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FEATURED VOXPOP samsmith614 Since game design is a business, I decided to see what's really selling well for the PS4. I did this search a week ago, and at the time, out of the top 20 bestsellers on Amazon 10 had not even been released yet. By now some have been released. But others still have not. And yet others...

Retro Revolution: Disney Diamonds

Posted on Saturday, September 29 @ 08:08:53 Eastern by KevinS
A whole poop-ton of licensed games suck. At this point, it's almost a given that a game with a big name attachedlike Iron Man 2 or Superman 64 or Simpsons Wrestlingare going to be terrible, if not worse. But believe it or not, back in earlier days, some of those licensed games were actually competent, despite sometimes being either extremely easy or frustratingly difficult.

So after a trip to Orlando last week for a few rounds of Epic Mickey: Power Of Illusion, I decided to dive back into my library and yank out a few gems from licensed gaming; specifically, those gems with the mouse ears that have affected my life somehow. There are too many for me to go into detail here, so leave your favorites (or banes of your existence) in the comments!


Disney's Adventures in the Magic Kingdom (NES, 1990)

Back when games were hard and gamers were harder, Capcom was tasked with porting the Magic Kingdom into a tiny cart worthy of the Nintendo Seal of Quality. The end result was Adventures in the Magic Kingdom, a masochist's delight with various levels scattered around the Anaheim park. The whole point was to get all six of the silver keys needed to open up the park's gates and start the nightly parade, and to do so a player needed to answer a quiz, pick the right path, win the race, finish two platforming levels, and maneuver through an asteroid field. Don't worry, it all makes sense in presentation.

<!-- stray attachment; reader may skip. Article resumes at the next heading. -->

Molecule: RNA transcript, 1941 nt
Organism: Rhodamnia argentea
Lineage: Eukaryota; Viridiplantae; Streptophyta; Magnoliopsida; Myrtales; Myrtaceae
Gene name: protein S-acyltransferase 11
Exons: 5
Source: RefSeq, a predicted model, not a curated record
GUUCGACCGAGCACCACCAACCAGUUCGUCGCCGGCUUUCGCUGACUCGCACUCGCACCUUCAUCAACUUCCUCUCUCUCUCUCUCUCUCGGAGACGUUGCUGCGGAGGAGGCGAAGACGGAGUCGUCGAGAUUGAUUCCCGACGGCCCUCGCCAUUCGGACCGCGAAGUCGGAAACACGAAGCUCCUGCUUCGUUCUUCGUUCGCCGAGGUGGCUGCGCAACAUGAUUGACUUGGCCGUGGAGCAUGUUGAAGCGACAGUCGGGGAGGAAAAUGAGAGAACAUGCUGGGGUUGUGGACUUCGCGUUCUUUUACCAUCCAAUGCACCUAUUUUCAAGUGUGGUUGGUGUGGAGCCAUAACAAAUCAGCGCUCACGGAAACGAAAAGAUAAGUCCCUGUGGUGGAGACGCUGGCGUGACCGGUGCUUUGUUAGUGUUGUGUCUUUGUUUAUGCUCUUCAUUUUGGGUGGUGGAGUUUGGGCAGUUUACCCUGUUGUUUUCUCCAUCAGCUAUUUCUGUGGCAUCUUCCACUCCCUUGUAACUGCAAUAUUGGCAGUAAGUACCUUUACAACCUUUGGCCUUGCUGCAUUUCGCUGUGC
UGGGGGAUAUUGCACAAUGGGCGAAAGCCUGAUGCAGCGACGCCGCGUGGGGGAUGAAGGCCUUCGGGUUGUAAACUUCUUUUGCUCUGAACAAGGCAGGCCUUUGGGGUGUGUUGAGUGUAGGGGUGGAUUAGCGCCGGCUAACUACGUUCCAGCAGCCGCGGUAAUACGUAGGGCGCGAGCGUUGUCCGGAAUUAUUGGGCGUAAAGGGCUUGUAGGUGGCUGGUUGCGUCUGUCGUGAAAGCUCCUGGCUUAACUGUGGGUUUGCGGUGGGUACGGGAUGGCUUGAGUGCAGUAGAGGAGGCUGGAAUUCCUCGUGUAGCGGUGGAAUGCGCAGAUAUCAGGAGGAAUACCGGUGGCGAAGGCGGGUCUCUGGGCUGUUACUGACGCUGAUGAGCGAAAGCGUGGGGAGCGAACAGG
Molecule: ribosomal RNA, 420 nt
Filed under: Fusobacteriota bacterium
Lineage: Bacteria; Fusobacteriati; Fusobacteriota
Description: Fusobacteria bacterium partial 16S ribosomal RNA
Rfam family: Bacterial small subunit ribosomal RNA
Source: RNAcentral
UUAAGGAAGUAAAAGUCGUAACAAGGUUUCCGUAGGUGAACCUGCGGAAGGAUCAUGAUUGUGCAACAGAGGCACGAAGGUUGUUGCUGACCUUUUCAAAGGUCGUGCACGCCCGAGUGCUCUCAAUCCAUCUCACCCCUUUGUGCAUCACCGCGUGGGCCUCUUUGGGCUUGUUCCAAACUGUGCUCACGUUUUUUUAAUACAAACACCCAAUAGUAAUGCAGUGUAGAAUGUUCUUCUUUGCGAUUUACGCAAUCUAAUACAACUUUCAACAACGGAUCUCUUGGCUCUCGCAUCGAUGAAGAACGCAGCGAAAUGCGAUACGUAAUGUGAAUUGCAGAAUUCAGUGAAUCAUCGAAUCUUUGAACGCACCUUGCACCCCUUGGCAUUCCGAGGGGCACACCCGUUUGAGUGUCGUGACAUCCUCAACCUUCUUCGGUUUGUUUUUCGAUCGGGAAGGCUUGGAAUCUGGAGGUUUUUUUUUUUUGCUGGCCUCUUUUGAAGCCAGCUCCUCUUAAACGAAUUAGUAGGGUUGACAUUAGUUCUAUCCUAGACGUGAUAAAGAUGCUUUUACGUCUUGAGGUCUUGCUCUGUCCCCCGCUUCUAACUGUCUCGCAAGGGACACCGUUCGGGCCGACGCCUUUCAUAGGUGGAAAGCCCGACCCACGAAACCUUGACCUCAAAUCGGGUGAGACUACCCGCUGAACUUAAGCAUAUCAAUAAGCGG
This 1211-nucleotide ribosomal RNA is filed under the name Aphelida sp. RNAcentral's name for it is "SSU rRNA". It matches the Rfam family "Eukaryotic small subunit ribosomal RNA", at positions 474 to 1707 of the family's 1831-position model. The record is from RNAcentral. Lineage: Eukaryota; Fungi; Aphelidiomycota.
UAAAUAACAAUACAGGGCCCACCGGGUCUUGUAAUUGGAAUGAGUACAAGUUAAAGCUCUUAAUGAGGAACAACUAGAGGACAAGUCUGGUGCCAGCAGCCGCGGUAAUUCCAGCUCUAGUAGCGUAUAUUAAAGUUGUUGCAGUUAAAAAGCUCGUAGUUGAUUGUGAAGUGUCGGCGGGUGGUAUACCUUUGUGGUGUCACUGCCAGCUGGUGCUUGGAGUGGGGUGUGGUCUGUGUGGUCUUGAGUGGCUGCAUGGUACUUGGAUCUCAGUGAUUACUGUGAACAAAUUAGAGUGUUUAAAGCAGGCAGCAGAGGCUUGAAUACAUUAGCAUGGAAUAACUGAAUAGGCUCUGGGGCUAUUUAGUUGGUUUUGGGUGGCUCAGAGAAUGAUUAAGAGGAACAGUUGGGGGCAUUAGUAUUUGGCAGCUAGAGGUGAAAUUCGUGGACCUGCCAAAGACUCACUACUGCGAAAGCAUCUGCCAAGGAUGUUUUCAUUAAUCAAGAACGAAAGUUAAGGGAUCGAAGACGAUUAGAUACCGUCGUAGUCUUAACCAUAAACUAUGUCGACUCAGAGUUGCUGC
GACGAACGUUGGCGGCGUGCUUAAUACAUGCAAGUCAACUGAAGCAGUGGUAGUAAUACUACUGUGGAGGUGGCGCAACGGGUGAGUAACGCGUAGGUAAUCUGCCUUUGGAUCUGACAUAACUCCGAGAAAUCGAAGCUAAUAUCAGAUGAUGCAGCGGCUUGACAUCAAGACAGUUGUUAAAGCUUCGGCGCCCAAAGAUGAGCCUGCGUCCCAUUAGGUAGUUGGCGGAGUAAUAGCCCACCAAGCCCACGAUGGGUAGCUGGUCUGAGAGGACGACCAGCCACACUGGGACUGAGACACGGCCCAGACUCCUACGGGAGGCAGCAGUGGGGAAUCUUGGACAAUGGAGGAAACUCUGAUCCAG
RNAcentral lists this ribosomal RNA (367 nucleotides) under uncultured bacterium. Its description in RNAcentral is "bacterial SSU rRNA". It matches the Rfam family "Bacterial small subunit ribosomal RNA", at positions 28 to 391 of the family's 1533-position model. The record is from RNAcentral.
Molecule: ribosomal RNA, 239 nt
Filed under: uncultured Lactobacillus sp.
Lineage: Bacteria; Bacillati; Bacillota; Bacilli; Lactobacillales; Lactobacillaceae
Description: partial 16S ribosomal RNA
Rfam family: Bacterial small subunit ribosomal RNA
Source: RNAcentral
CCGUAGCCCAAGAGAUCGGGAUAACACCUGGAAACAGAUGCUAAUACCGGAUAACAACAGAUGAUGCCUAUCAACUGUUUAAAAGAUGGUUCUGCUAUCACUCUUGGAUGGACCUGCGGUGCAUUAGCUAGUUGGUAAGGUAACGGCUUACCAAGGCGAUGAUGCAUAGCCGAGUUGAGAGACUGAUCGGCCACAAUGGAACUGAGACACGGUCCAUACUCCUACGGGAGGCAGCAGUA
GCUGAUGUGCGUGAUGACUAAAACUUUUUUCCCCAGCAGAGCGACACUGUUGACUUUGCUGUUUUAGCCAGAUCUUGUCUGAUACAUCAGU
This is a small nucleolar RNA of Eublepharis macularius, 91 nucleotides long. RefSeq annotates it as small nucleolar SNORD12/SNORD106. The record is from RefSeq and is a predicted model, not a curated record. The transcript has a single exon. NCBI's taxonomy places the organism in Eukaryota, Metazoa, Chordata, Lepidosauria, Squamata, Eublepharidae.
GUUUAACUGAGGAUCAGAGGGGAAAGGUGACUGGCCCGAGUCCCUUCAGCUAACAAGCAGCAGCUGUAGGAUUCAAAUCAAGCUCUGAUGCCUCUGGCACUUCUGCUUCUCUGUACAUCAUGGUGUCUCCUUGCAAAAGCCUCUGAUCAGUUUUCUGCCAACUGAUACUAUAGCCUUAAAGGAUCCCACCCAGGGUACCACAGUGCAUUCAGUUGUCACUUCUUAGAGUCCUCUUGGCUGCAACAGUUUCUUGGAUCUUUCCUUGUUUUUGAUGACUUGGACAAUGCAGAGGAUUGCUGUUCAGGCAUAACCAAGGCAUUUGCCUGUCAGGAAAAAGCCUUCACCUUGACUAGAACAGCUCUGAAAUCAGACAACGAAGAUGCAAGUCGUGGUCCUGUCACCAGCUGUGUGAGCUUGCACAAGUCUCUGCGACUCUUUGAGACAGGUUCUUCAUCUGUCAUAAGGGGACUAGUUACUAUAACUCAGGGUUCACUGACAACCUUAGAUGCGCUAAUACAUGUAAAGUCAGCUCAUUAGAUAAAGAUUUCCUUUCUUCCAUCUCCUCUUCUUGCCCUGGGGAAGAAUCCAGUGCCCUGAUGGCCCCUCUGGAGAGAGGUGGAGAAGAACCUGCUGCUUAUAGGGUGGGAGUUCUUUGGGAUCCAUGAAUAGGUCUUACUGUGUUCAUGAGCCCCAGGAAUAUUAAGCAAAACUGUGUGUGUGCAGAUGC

But what I remember the most was the lack of parade. 22-year-old spoiler, everyone: There is no parade at the end. In classic gaming fashion, the game ends with a happy shot of youwith your oversized cowboy hatstanding with Mickey and Goofy, happy as a clam. I shook my fist and claimed vengeance when I finally beat every stage in one sitting, but how could I stay mad after visiting the park? I couldn't. I tried anyway out of spite, but then I saw parts of the light show and parade. Now I just feel old.



The Magical Quest Starring Mickey Mouse (SNES, 1992)

I have some fond memories of Mickey's SNES-bound quest. In order to save Pluto, Mickey had to roam through a magical world defeating magical bosses and collect his own magic in the form of unique hats (like a turban and a fireman's cap). It was some of the most out-and-out colorful programming I've ever seen in a video game, pastel backdrops behind pastel bad guys. It wasn't terribly amazing in the long run, but it was definitely pretty and handled well for the day.



DuckTales (NES, 1989)

Ah, those kids and grow'd-ups from Duckburg. Playing as dear Uncle Scrooge, you're off to find some of the greatest treasures the planet has ever hidden… and by "find", I mean "loot the ever-loving crap out of." As much as I enjoyed bouncing on my somehow rubbery cane, there's really something a bit messed up about cave robbing and searching around just to get even more exceptionally rich. But that's Scrooge's MO, so I can't fault him for that.

Okay, I can, but he can afford better lawyers.



Gargoyles (The Board Game, 1994)

Though there were Genesis and Game Boy games based on the cartoon, there's a version of Gargoyles that's rarer still. It came with a VHS tape to be played along with the board game itself and kept the game down to… twenty minutes? A half-hour? (It's hard to tell as I don't have it anymore, and info online is scarce.)

However long it was, it was the first time I played a game that was both a game and video, which made for some interesting yelling the third or fourth time I played it with cousins as we tried to figure out when a character would interrupt our turns. Screw you, Demona! You kept me from rolling the dice that one time when I coulda won!


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